Underage Youth and Adults Differ in Their Alcohol Brand Preferences
First study of its kind examines how underage drinking choices compare with adult drinking preferences
Source Newsroom: Johns Hopkins Bloomberg School of Public Health
Newswise — Youth are not merely mimicking the alcohol brand choices of adults, suggesting that other factors may influence their drinking preferences. This is the conclusion of a new report comparing the alcohol brand preferences of underage drinkers and adults from the Boston University School of Public Health and the Center on Alcohol Marketing and Youth (CAMY) at the Johns Hopkins Bloomberg School of Public Health.
The report, published online by Substance Abuse, is the first study to compare brand-specific consumption of alcohol between underage youth and adults. The researchers identified several brands that appear to be disproportionally consumed by youth, including Keystone Light beer, Bacardi malt beverages, Malibu rum, Captain Morgan rum and Smirnoff malt beverages.
Previous research from the authors documented the top alcohol brands consumed by underage youth. By examining the brand-specific drinking patterns of adults, the researchers were able to assess whether youth are simply copying what they see adults drink.
“Underage drinkers are not just adopting the brand choices modeled by their parents or other adults,” said lead study author Michael Siegel, MD, MPH, professor of Community Health Sciences at the Boston University School of Public Health. “Other factors are influencing which brands of alcohol young people are consuming.”
Each year, approximately 4,300 people under 21 die as a result of alcohol use, and underage drinking costs an estimated 24.6 billion dollars. More than 70 percent of high school students report having consumed alcohol and about 22 percent report having engaged in heavy episodic drinking.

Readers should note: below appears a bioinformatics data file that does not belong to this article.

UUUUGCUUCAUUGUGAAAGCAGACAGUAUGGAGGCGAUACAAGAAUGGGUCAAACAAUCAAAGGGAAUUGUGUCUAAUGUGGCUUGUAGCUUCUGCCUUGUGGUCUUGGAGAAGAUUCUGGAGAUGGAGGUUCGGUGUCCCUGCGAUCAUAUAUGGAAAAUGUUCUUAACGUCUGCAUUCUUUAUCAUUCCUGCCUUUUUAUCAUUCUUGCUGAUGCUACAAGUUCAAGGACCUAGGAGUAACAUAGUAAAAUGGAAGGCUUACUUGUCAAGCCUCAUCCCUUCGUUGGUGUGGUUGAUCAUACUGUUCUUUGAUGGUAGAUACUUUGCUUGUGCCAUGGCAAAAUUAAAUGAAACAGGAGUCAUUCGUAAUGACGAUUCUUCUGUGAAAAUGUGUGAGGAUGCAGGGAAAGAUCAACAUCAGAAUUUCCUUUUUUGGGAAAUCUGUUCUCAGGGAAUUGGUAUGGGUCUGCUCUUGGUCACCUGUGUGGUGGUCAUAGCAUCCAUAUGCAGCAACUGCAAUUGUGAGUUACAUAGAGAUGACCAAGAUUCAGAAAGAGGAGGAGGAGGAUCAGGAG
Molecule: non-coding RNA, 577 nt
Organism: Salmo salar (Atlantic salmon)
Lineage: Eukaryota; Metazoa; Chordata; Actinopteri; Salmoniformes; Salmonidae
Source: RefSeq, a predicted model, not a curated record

Three data sources were used to estimate youth, adult, and overall consumption of alcohol by brand: a 2012 internet-based survey of underage drinkers ages 13-20; GFK MRI’s Survey of the Adult Consumer for the years 2010-2012 which provides brand-specific consumption data for adults; and national data compiled by Impact Databank to estimate overall market shares for each brand. Researchers calculated prevalence ratios for each brand, defined as the ratio of the percent of youth that reported drinking the brand compared to what market research reports for adults.
Results show that 15 leading brands among youth had disproportionate underage youth consumption as measured by prevalence, market share, and ratios of prevalence and market share: Smirnoff Malt Beverages, Jack Daniels Whiskeys, Mike’s Malt Beverages, Absolut Vodkas, Heineken, Bacardi Malt Beverages, Grey Goose Vodkas, Malibu Rums, Keystone Light, Patron Tequilas, Corona Extra Light, Jack Daniel’s Cocktails, Burnett’s Vodkas, Bud Ice and Natural Ice beer.
The top brand for youth in terms of prevalence and market share compared with adults was Smirnoff Malt Beverages:
Seventeen percent of youth drinkers (ages 13-20) reported drinking Smirnoff Malt Beverages in the past month (the highest of any brand).
These beverages accounted for close to three (2.9) percent of youth alcohol consumption in the youth survey.
These beverages took up a share of youth consumption that was nearly 7 times (6.7) their share of adult consumption.
The researchers caution that the findings of this paper are not sufficient to confirm the reasons for differences in youth and adult alcohol brand preferences.
“Future research is urgently needed to understand to what extent other factors such as price, taste and marketing play a role in young people’s choices of these particular brands,” said study co-author David Jernigan, CAMY director. “Follow-up studies will allow us to measure the degree of association between exposure to alcohol advertising and marketing efforts and brand preferences in young people.”
“Differences in Alcohol Brand Consumption between Underage Youth and Adults—United States, 2012” was written by Michael Siegel, MD, MPH, Kelsey Chen, BA , William DeJong, PhD, Timothy S. Naimi, MD,MPH, Joshua Ostroff, BA, Craig S. Ross, MBA and David H. Jernigan, PhD.
This research was supported by a grant from the National Institute on Alcohol Abuse and Alcoholism.